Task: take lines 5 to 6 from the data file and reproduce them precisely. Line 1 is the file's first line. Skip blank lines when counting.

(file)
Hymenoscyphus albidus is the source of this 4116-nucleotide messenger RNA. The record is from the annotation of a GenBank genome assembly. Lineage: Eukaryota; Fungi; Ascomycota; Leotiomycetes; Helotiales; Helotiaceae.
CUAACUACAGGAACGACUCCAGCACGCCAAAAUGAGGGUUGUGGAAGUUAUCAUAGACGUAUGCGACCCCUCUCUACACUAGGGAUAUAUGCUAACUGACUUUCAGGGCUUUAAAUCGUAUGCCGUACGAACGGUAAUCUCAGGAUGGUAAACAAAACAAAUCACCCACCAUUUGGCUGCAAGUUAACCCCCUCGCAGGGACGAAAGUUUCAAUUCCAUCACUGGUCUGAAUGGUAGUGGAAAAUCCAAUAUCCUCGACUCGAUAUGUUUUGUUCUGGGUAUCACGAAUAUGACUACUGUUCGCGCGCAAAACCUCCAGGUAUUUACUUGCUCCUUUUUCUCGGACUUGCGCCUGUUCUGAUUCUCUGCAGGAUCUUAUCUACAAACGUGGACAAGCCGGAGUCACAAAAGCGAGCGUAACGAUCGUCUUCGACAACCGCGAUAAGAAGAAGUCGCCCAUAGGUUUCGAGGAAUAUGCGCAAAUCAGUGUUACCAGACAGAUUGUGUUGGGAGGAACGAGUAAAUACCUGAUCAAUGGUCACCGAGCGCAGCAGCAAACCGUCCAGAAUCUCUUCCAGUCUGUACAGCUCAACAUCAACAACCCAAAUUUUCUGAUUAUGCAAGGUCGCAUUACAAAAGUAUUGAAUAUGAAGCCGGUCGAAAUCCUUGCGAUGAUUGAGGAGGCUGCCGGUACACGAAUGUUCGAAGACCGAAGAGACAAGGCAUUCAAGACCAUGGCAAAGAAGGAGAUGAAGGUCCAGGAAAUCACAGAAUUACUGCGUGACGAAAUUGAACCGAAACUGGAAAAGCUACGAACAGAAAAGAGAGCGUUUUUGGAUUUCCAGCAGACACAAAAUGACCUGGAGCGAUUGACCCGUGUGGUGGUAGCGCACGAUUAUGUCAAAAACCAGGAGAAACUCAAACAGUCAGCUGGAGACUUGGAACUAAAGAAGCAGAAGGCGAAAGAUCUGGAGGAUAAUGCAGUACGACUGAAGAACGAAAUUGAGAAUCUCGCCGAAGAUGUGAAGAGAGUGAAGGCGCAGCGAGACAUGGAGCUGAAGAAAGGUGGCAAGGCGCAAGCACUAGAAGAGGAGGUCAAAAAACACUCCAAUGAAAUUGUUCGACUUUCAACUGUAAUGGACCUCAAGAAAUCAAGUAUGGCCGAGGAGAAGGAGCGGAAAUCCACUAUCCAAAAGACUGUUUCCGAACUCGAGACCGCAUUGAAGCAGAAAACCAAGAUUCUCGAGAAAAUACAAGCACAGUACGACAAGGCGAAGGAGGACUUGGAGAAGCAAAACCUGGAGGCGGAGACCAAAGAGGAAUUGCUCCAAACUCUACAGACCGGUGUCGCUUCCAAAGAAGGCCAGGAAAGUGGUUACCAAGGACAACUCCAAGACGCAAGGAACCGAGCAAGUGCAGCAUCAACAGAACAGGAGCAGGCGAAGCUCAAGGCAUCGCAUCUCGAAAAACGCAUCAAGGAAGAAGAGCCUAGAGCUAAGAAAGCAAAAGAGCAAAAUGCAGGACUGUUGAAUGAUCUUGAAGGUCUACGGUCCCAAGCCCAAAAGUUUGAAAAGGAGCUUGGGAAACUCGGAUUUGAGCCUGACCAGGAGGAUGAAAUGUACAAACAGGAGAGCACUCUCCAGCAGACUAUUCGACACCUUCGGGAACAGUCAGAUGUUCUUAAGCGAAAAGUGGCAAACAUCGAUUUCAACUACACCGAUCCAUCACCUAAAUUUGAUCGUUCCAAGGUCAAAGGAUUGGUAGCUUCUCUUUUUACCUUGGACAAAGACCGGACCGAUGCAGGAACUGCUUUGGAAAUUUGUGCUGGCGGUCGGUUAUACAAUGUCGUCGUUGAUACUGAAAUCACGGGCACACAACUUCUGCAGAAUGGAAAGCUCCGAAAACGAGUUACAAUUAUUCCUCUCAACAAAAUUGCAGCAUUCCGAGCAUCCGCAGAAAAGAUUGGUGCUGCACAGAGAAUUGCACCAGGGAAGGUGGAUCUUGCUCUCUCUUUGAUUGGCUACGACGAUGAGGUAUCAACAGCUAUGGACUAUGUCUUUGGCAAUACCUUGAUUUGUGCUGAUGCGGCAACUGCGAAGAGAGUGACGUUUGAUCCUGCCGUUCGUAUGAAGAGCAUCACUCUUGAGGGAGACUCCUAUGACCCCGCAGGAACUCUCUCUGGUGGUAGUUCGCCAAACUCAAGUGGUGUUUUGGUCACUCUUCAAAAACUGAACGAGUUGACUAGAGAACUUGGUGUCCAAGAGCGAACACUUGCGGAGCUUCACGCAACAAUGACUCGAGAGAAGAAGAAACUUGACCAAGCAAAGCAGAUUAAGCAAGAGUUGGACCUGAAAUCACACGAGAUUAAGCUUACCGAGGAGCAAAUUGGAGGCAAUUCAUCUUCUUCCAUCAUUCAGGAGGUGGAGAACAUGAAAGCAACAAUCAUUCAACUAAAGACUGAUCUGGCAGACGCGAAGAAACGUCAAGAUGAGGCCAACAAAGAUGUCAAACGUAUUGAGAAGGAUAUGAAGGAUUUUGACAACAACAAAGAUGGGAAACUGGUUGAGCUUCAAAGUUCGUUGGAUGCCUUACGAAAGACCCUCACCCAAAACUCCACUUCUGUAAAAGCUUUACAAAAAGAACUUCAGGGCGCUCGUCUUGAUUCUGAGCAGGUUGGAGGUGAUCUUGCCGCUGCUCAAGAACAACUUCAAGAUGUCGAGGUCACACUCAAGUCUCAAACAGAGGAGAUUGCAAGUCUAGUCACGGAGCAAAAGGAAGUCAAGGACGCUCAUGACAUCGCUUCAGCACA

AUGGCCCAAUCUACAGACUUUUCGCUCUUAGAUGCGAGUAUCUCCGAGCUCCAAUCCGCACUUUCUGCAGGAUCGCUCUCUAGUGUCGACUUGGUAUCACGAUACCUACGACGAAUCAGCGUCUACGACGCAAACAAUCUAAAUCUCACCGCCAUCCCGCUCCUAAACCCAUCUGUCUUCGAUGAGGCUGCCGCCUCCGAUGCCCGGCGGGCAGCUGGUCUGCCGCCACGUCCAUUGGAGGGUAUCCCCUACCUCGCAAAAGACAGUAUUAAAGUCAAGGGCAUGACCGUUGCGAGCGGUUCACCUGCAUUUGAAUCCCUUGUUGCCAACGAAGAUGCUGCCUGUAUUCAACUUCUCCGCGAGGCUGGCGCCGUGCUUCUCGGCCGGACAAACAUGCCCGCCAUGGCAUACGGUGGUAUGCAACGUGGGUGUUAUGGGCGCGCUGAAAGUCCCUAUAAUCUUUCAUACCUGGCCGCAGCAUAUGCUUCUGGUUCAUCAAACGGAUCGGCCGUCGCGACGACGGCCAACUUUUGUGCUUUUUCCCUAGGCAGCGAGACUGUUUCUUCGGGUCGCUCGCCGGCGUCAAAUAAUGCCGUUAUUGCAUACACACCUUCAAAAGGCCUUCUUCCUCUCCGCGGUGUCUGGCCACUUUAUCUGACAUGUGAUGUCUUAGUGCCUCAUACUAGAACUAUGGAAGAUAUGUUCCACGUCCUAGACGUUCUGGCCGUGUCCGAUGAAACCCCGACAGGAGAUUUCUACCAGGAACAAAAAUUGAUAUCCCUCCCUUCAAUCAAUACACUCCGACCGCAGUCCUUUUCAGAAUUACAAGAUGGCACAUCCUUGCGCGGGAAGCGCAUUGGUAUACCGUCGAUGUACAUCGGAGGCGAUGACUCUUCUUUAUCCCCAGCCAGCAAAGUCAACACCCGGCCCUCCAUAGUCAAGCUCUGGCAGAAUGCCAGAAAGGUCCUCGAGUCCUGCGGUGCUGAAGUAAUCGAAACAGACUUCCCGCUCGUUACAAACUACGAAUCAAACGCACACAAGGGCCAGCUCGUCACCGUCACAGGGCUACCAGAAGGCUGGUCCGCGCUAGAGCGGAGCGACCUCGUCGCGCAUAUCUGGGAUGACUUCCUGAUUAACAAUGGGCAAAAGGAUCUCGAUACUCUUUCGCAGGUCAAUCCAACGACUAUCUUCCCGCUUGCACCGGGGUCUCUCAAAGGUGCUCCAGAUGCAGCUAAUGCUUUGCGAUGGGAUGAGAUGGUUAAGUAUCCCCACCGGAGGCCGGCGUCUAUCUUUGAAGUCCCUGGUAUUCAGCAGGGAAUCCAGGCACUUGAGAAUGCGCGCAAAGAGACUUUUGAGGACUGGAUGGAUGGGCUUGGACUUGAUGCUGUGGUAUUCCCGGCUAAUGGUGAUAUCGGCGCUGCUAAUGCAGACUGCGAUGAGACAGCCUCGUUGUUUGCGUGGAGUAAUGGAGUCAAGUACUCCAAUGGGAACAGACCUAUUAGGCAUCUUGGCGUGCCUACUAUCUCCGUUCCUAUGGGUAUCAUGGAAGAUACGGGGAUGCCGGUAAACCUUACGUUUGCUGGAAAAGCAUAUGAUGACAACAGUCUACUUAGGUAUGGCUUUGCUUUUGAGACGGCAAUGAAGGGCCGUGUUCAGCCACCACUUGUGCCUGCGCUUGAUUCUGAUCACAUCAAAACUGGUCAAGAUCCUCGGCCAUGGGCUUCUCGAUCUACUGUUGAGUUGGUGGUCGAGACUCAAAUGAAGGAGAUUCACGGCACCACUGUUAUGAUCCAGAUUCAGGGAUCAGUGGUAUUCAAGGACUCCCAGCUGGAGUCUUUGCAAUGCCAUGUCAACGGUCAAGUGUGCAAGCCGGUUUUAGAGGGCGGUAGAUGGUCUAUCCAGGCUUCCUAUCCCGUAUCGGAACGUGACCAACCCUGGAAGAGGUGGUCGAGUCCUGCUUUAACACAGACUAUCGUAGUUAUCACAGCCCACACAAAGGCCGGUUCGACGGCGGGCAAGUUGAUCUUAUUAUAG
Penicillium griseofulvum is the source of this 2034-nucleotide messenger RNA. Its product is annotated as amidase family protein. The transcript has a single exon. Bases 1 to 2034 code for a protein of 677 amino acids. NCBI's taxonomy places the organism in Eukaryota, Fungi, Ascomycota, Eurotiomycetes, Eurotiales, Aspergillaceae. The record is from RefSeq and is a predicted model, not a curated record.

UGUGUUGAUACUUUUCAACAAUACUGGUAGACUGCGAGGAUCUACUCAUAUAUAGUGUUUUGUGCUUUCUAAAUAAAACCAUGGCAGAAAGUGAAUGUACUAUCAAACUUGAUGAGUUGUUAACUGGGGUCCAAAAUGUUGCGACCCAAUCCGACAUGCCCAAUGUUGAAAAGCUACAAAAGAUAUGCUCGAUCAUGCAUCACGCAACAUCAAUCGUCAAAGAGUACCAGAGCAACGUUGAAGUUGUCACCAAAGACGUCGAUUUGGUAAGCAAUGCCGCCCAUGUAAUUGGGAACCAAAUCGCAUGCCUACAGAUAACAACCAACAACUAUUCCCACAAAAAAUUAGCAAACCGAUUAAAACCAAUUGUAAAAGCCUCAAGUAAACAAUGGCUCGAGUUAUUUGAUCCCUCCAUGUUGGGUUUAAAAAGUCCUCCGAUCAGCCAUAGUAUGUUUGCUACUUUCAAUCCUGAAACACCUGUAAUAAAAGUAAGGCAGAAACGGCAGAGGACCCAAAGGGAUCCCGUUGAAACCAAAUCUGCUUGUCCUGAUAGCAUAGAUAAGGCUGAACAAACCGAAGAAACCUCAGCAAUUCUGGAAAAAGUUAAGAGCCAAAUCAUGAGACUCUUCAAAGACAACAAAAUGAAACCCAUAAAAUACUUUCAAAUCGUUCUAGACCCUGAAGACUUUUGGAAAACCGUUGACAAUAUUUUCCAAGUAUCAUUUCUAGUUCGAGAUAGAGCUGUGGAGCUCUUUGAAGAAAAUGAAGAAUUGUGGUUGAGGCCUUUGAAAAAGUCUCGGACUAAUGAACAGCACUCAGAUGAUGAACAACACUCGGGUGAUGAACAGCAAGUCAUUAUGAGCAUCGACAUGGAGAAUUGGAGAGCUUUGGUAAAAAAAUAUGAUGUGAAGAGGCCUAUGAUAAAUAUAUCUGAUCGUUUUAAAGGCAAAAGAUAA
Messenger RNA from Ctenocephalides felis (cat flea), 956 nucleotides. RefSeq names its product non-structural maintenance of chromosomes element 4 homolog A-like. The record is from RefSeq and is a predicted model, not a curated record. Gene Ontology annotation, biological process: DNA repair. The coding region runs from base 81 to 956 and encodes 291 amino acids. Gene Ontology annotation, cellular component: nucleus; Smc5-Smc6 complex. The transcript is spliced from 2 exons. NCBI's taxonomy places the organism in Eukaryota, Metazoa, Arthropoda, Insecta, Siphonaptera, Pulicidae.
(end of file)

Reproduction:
UGUGUUGAUACUUUUCAACAAUACUGGUAGACUGCGAGGAUCUACUCAUAUAUAGUGUUUUGUGCUUUCUAAAUAAAACCAUGGCAGAAAGUGAAUGUACUAUCAAACUUGAUGAGUUGUUAACUGGGGUCCAAAAUGUUGCGACCCAAUCCGACAUGCCCAAUGUUGAAAAGCUACAAAAGAUAUGCUCGAUCAUGCAUCACGCAACAUCAAUCGUCAAAGAGUACCAGAGCAACGUUGAAGUUGUCACCAAAGACGUCGAUUUGGUAAGCAAUGCCGCCCAUGUAAUUGGGAACCAAAUCGCAUGCCUACAGAUAACAACCAACAACUAUUCCCACAAAAAAUUAGCAAACCGAUUAAAACCAAUUGUAAAAGCCUCAAGUAAACAAUGGCUCGAGUUAUUUGAUCCCUCCAUGUUGGGUUUAAAAAGUCCUCCGAUCAGCCAUAGUAUGUUUGCUACUUUCAAUCCUGAAACACCUGUAAUAAAAGUAAGGCAGAAACGGCAGAGGACCCAAAGGGAUCCCGUUGAAACCAAAUCUGCUUGUCCUGAUAGCAUAGAUAAGGCUGAACAAACCGAAGAAACCUCAGCAAUUCUGGAAAAAGUUAAGAGCCAAAUCAUGAGACUCUUCAAAGACAACAAAAUGAAACCCAUAAAAUACUUUCAAAUCGUUCUAGACCCUGAAGACUUUUGGAAAACCGUUGACAAUAUUUUCCAAGUAUCAUUUCUAGUUCGAGAUAGAGCUGUGGAGCUCUUUGAAGAAAAUGAAGAAUUGUGGUUGAGGCCUUUGAAAAAGUCUCGGACUAAUGAACAGCACUCAGAUGAUGAACAACACUCGGGUGAUGAACAGCAAGUCAUUAUGAGCAUCGACAUGGAGAAUUGGAGAGCUUUGGUAAAAAAAUAUGAUGUGAAGAGGCCUAUGAUAAAUAUAUCUGAUCGUUUUAAAGGCAAAAGAUAA
Messenger RNA from Ctenocephalides felis (cat flea), 956 nucleotides. RefSeq names its product non-structural maintenance of chromosomes element 4 homolog A-like. The record is from RefSeq and is a predicted model, not a curated record. Gene Ontology annotation, biological process: DNA repair. The coding region runs from base 81 to 956 and encodes 291 amino acids. Gene Ontology annotation, cellular component: nucleus; Smc5-Smc6 complex. The transcript is spliced from 2 exons. NCBI's taxonomy places the organism in Eukaryota, Metazoa, Arthropoda, Insecta, Siphonaptera, Pulicidae.